Friday, February 23, 2024

Five Best Books on Classical Education

I frequently get the question from classical educators which books about classical education are the best. Here are my top five:

1. A Defence of Classical Education, by R.W. Livingstone, 1917. This book is written by someone who was a prominent classical educator in the days when classical education was the primary mode of education, but was being called into question by advocates of educational progressivism. He articulates the structure classical education as it was actually practiced in its heyday and the purpose that has always animated it.

2. Climbing Parnassus: A New Apologia for Greek and Latin, by Tracy Lee Simmons, 2007. While Livingstone describes classical education from the perspective of having taught it, Simmons speaks to it from the perspective of having gotten one in high school and in his time as a graduate student at Oxford. Beautifully written and convincingly argued, Simmons discusses the history of classical education from the ancient Greeks to the colonial and founding periods of the United States to the fateful showdown in first two decades of the 20th century, when a rising progressivism unseated the classical education that had been the only kind of education anyone knew.

3. Why Knowledge Matters: Rescuing our Children from Failed Educational Theories and The Schools We Need: and Why We Don't Have Them, by E. D. Hirsch. Hirsch doesn't call himself a "classical" educator, but his emphasis on the necessity of factual knowledge, the case for which he makes in Why Knowledge Matters, was an unstated assumption in the old classical education, and his insights into the genealogy of the progressivism that displaced classical education in the 1920s and the need to cleanse our schools of Rousseauian Romanticism that infects them in The Schools We Need is unparalleled.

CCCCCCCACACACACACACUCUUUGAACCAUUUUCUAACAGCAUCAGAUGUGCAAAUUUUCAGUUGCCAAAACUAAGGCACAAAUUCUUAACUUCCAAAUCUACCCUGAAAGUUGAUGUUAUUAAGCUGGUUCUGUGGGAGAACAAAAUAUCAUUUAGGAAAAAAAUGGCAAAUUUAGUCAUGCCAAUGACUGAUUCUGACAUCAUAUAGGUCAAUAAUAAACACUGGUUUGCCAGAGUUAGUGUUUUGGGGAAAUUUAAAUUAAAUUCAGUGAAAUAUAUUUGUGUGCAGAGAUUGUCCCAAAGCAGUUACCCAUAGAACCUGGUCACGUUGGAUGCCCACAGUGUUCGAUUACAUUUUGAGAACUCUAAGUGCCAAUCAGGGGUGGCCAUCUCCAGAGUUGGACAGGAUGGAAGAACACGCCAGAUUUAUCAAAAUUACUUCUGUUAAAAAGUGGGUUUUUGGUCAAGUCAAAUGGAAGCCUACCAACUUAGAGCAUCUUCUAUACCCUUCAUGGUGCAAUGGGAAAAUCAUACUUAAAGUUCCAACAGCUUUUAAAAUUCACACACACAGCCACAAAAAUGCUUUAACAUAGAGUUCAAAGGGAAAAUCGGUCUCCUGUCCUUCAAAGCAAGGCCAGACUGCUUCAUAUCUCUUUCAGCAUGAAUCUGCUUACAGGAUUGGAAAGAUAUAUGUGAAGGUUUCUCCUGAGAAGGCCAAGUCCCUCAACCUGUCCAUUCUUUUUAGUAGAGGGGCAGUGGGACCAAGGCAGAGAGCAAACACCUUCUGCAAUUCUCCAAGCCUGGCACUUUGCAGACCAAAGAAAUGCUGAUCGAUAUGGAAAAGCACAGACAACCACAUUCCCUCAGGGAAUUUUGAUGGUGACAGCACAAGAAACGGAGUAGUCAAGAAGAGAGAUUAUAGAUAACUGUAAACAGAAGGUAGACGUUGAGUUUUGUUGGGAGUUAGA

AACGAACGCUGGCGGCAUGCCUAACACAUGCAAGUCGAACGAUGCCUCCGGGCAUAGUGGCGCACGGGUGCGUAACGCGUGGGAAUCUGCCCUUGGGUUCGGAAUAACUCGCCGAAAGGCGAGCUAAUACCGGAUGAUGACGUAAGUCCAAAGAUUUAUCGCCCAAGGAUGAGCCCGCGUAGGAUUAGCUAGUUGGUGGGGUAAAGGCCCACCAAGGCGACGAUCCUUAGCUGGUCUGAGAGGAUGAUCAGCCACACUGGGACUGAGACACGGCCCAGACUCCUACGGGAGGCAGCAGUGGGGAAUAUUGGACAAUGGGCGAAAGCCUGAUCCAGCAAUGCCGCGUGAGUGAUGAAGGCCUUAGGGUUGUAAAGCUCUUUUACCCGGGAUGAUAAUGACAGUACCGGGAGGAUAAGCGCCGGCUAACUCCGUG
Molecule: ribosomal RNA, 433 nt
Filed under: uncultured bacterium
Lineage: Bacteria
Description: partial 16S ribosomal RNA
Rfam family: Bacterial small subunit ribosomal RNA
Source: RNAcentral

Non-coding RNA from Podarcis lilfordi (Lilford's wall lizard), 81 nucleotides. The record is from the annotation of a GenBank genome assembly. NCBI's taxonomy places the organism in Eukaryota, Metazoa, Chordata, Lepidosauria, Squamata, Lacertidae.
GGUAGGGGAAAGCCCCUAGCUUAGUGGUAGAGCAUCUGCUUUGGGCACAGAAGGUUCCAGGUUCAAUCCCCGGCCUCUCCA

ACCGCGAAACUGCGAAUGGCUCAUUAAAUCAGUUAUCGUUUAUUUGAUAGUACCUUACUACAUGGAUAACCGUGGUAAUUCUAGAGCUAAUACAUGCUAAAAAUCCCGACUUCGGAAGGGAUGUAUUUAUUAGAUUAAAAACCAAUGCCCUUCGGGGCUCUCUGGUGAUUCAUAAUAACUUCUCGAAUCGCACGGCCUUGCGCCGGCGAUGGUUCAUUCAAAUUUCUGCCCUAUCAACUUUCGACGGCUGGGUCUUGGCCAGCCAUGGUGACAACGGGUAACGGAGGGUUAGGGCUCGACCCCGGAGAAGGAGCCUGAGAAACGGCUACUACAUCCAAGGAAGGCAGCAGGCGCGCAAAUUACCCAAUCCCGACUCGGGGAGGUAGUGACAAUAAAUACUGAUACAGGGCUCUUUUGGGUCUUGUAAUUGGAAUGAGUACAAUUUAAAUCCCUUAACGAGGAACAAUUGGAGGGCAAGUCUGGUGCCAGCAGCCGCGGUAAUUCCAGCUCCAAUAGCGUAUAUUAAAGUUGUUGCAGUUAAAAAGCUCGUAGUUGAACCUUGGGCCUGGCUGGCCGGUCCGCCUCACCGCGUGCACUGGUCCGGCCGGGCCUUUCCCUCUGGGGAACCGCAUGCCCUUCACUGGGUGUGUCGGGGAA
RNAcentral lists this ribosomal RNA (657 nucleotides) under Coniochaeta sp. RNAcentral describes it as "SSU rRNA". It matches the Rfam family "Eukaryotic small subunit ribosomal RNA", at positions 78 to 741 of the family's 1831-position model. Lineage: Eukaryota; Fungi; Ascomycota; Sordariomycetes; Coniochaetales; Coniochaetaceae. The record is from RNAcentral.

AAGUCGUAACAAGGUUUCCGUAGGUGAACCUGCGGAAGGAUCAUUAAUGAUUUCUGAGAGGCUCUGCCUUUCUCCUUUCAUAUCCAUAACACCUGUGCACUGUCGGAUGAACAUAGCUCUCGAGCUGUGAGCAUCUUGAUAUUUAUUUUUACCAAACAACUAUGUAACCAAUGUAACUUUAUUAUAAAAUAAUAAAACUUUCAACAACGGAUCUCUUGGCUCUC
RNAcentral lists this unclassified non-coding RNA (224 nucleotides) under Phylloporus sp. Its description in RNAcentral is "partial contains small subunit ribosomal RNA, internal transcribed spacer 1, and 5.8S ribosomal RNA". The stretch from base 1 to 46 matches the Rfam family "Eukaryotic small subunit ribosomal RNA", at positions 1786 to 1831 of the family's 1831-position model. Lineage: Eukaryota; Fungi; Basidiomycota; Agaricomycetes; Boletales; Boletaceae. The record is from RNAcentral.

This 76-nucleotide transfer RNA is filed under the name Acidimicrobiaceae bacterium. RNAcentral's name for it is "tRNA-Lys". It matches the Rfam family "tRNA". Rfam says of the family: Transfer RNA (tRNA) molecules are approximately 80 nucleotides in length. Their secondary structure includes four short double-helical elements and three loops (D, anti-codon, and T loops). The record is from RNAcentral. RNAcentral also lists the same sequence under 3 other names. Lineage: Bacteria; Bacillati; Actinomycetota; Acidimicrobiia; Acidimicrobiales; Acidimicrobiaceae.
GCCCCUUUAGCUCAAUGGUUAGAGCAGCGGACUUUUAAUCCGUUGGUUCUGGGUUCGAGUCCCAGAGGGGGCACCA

4. Paideia: The Ideals of Greek Culture, by Werner Jaeger, 1933. Written in a time when scholars wrote not for other specialists, but for an intelligent public. Masterfully explains the classical culture of Greece, with an emphasis on how it viewed education. Jaeger wrote two doctoral dissertations on Aristotle's Metaphysics at the University of Berlin: one in Latin and one in German. It was translated into English by Gilbert Highet, a legendary American classical scholar. One of the greatest scholarly works ever written. Its two sequels, are almost as good, and his Early Christianity and Greek Paideia  (1961), which focused on classical education in the Christian tradition, should also be read by classical Christian educators.

5. Begin Here: The Forgotten Conditions of Teaching and Learning, by Jacques Barzun. I'll just state this bluntly: Jacques Barzun was the greatest pedagogical authority since Quintilian. He was also one of, if not the greatest humanities scholar of the twentieth century, and one of the clearest writers you could ever hope to read. One of the things that distinguishes him from most of the pedagogical thinkers who dominate modern educational thinking is that he actually taught students. In a classroom. His book Teacher in America, written in 1953 was considered one of the great statements of the principles of education. Begin Here is a collection of shorter speeches and articles he wrote later in the 20th century. Each is a model of clear writing and thinking about how to educate children. It's not explicitly classical (that term was resurrected only shortly after the last of these essays was written). But insofar as they deal with real education, they can be considered classical. An ideal first book to give to a beginning classical educator and a great one to give older classical educators to remind them of the common sense principles of their craft. Available free online.

1 comment:

Heather said...

Curious to hear what book #5 is!